520,000 Properties At Risk From Coastal Flooding?

By Paul Homewood


The CCC were very specific about the risks from coastal flooding, in their report last week:



Today, 520,000 properties in England, including 370,000 homes, are located in areas at risk of damage from coastal flooding


Half a million properties seems an awfully big number, and as a consequence had the expected reaction in the media, particularly with the forecast that 1.2m homes could be at risk come 2080.

Cue ridiculously overhyped stories, like Harrabin’s, implying thousands of homes would be swept away by rising seas.





So, just where did the figure of 520,000 come from?

For a start, the figure only represents properties with a flooding risk of 0.5%, ie once very 200 years.

But even then the figure seems inordinately high.

Let’s start by looking at the North Sea tidal surge in December 2013. According to the Environment Agency, this was the most serious tidal surge since 1953.

The 1953 event, which also occurred along the North Sea coast and was also the result of a powerful storm which coincided with spring tides, was without question the biggest flooding disaster of the 20thC. It left 307 dead in England alone, plus thousands more in the Low Countries.

The Environment Agency reckoned that the two events were similar in terms of sea levels, higher in some places in 2013, but lower in others.

Despite the severity of the storm surge in 2013, they estimated that only 1400 properties were flooded. For such a significant event, this is a tiny number, when compared against the claim of 520,000.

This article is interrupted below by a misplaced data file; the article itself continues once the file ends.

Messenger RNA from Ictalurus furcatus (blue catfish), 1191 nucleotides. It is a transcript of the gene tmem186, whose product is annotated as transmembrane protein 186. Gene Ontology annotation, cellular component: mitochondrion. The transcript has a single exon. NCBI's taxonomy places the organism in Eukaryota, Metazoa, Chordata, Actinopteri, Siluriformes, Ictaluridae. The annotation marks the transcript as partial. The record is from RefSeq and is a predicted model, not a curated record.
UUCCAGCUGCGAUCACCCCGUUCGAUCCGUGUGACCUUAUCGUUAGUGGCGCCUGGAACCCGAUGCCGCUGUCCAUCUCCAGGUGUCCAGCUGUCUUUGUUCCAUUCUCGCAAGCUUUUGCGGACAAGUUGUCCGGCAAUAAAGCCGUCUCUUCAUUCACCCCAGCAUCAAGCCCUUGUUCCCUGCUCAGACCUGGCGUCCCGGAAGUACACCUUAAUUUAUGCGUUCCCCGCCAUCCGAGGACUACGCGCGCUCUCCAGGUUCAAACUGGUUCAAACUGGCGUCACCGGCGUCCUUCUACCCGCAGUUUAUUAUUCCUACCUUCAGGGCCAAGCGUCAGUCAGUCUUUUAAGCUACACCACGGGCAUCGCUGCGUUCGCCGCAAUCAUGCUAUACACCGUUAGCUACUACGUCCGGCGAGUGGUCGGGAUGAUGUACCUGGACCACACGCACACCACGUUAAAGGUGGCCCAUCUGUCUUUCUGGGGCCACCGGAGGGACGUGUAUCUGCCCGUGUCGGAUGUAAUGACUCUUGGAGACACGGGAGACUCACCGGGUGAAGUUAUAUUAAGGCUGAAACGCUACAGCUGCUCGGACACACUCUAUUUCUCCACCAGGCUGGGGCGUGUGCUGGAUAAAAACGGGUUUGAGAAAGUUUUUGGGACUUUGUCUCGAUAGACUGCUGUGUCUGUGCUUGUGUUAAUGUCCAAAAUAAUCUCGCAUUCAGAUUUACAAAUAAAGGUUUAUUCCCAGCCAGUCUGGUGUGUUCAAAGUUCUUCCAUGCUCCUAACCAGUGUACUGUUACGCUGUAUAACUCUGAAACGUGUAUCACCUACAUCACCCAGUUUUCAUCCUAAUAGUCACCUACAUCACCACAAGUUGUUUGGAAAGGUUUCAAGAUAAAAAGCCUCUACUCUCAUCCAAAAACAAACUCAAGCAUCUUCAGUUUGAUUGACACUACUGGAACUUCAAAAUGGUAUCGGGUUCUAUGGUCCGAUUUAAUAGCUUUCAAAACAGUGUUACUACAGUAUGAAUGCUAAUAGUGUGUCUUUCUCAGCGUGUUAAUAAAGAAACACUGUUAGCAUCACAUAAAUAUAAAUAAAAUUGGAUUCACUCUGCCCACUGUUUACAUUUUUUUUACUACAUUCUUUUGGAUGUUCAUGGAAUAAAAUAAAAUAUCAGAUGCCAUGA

A much more detailed exercise two years later came to similar conclusions:





This particular analysis also looked at other flooding events that winter, but coastal flooding along the east coast only affected 3360 properties.

Part of the explanation for the vast difference between actual flooding and the number at risk may be the fact that many more properties were actually protected from flooding by flood defences. The provisional EA report above gave a figure of 800,000 properties. The later more detailed study came up with a figure of 719,589 (sic!).

But even back in 1953, the EA reckoned that 24,500 homes were damaged. If the EA are right, a similar number of homes were protected in 1953, even though flood defences in those days were presumably much more primitive.

There can be no question that flood defences have improved immeasurably since those days, when the country was still reeling from the war.

Of course, the North Sea coast is not the only part of Britain vulnerable to coastal flooding, but it is the one part where flooding has the potential to be so severe. Floods may occur in other regions, but tend either to affect sparsely populated parts or are short lived affecting areas just a few yards from the sea.

For instance, there is no comparison between, say, a few houses on Brighton promenade getting six inches of flooding at high tide, and the calamity that killed many people on Canvey Island or at Jaywick in 1953.


Either way, I see no evidence that 520,000 properties are truly at risk from coastal flooding. I have, incidentally, closely checked the CCC’s claims, and have failed to find any links at all to the number that they quote.

The EA of course like to brag about the number of properties their “actions” have saved. But these should be taken with a healthy dose of scepticism.

If the figure does include properties already well protected from floods, then what is the purpose of the CCC’s overinflated claims? Is it to generate a false alarm?

There is no doubt that massive improvements were made to North Sea coastal defences following the 1953 floods. And these were carried out despite the lack of resources available after the war.

Even assuming sea levels continue rising at their current rate, sea defences could be easily strengthened to cope with an extra few inches of sea level by 2080. If our ancestors did it 60 years ago, I’m quite sure we or our descendants in 60 years time can do the same.



November 2, 2018 at 05:34PM

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